WASHINGTON (CN) – The bipartisan group of U.S. congressmen who sued President Barack Obama for violating the War Power Act by deploying U.S. troops to Libya does not have standing to sue, a federal judge ruled.
Reps. Dennis Kucinich, D-Ohio, Ron Paul, R-Texas, Roscoe Bartlett, R-Md., Dan Burton, R-Ind., Michael Capuano, D-Ma., Howard Coble, R-N.C., Walter Jones, R-N.C., John Conyers Jr., D-Mich., John Duncan Jr., R-Tenn., and Timothy Johnson, R-Ill., sued Obama and Secretary of Defense Robert Gates in June for their “decision to intervene in a civil war and expend what is now approaching $1 billion at a time of great economic stress.”
U.S. District Judge Reggie Walton dismissed the case Thursday, saying the representatives lack legislative or taxpayer standing since Obama did not act against the law, even though the House passed a resolution on June 3 that declared that the president can’t “deploy, establish, or maintain the presence of units and member of the [U.S.] Armed Forces on the ground in Libya.”
At the time, the representatives estimated that the Obama administration had already spent $550 million in the Libyan rebellion just in the first 10 days of its involvement there. The money came from funds Congress had set aside for overseas contingency operations that can be used only for operations related to the global war on terrorism.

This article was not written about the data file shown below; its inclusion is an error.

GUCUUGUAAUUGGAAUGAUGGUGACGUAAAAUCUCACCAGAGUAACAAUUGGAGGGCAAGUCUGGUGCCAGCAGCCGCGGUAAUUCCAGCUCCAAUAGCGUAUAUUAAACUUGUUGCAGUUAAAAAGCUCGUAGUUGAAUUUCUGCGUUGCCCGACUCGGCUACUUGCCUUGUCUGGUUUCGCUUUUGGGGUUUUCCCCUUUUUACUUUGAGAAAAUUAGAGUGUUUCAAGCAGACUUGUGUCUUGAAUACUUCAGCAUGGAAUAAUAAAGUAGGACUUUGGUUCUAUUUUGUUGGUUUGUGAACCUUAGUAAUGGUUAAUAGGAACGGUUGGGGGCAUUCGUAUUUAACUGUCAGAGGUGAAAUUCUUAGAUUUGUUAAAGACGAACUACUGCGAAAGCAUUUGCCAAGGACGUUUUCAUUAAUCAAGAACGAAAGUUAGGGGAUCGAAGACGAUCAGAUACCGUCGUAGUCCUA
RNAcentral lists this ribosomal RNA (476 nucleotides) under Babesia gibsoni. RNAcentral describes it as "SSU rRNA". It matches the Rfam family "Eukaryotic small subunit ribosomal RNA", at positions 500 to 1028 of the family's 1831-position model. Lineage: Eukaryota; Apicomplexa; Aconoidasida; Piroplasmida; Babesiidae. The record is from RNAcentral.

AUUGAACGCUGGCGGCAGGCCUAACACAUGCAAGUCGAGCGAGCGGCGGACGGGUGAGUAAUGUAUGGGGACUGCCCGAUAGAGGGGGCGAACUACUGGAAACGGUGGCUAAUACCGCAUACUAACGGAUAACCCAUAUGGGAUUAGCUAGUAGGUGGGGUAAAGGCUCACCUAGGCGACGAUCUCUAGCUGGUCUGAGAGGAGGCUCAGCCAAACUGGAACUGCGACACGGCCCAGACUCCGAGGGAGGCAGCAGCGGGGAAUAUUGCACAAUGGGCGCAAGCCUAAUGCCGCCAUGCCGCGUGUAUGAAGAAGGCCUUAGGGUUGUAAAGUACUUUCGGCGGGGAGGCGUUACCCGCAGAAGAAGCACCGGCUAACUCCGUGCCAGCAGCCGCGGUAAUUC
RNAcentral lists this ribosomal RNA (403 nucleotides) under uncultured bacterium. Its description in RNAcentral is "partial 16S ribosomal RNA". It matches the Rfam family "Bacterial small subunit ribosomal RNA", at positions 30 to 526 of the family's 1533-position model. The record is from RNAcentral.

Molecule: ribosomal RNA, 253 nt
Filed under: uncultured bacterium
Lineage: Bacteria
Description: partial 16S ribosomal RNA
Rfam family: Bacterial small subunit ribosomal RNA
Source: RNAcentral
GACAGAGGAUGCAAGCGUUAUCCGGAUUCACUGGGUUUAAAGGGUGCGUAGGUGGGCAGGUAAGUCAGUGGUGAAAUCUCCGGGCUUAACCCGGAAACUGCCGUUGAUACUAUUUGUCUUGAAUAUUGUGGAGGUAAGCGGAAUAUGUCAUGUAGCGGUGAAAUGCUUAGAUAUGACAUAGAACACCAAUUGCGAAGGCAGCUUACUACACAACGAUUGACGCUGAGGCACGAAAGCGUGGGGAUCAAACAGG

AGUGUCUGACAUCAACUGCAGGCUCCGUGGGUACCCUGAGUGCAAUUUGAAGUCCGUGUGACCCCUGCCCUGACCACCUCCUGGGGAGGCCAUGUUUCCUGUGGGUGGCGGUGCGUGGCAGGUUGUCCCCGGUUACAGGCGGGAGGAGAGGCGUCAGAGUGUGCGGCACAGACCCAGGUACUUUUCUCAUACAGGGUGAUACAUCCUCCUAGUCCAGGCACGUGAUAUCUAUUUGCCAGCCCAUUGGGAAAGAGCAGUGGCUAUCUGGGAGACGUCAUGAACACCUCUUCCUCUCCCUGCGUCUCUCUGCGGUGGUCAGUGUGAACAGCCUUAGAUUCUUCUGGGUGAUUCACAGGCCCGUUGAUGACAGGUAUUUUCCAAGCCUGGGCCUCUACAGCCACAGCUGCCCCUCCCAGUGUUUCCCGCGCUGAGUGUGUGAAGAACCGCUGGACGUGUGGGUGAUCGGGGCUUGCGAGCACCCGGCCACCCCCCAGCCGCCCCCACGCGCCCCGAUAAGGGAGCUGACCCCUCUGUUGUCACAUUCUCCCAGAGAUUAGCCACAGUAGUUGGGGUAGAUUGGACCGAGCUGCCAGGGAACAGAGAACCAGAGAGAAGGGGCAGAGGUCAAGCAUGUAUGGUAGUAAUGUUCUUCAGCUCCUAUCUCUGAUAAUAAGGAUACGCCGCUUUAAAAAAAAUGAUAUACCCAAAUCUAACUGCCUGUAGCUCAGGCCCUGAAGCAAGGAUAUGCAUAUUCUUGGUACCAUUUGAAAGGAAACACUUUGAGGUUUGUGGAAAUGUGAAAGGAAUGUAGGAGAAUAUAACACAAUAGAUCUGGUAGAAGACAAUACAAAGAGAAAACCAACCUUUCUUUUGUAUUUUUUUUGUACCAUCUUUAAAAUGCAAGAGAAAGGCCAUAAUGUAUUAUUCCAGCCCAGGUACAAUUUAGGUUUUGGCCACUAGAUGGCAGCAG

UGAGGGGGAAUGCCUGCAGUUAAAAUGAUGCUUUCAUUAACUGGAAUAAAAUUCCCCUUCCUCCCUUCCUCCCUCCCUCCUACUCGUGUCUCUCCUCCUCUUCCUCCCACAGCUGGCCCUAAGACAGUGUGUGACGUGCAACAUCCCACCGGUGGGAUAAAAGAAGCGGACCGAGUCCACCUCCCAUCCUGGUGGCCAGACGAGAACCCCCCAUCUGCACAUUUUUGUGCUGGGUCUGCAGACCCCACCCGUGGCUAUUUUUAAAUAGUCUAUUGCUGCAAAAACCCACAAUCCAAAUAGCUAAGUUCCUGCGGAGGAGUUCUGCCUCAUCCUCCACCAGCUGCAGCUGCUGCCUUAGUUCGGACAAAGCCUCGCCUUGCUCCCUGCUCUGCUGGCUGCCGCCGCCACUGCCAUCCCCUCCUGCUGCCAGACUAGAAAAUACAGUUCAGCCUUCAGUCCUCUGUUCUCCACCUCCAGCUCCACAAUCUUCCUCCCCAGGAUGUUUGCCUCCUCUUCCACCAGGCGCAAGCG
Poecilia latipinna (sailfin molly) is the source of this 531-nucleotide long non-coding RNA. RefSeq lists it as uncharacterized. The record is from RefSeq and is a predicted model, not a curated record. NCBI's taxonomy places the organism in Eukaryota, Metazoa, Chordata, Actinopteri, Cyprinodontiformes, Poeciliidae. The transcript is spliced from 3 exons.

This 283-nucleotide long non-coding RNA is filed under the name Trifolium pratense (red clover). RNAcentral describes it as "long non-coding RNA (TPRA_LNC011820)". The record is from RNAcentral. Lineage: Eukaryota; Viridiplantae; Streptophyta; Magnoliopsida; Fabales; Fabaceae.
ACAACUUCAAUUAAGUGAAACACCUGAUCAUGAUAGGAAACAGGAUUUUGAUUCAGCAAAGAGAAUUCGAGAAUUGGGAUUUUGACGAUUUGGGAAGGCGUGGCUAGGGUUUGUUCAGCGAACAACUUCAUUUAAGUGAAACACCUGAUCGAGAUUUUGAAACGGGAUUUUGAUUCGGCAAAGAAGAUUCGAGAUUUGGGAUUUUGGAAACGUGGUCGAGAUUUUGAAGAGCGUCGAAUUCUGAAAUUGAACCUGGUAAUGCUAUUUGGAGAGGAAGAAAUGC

“The defendants assert that the complaint must be dismissed because the claims alleged in the complaint are nonjusticiable,” Walton wrote. “Essentially, the defendants maintain that the plaintiffs have not satisfied the elements of legislative or taxpayer standing … and that the plaintiffs’ claims raise political questions that are ‘inappropriate for judicial resolution.'”
Obama deployed troops to Libya based on the independent authority given to him by the War Powers Resolution, which allows him 60 days to carry out conditional combat operations, according to the 23-page decision. Because of this, Obama did not nullify an act of Congress.
Walton also backed Obama’s spending on the war because of the broad discretion allowed for spending the set-aside funds.
“‘It is evident that’ the plaintiffs are ‘firmly committed’ to ending U.S. military actions in Libya, ‘but standing is not measured by the intensity of the litigant[s’] interest or the fervor of [their] advocacy,” he concluded.
Walton granted the administration’s motion to dismiss for lack of subject-matter jurisdiction.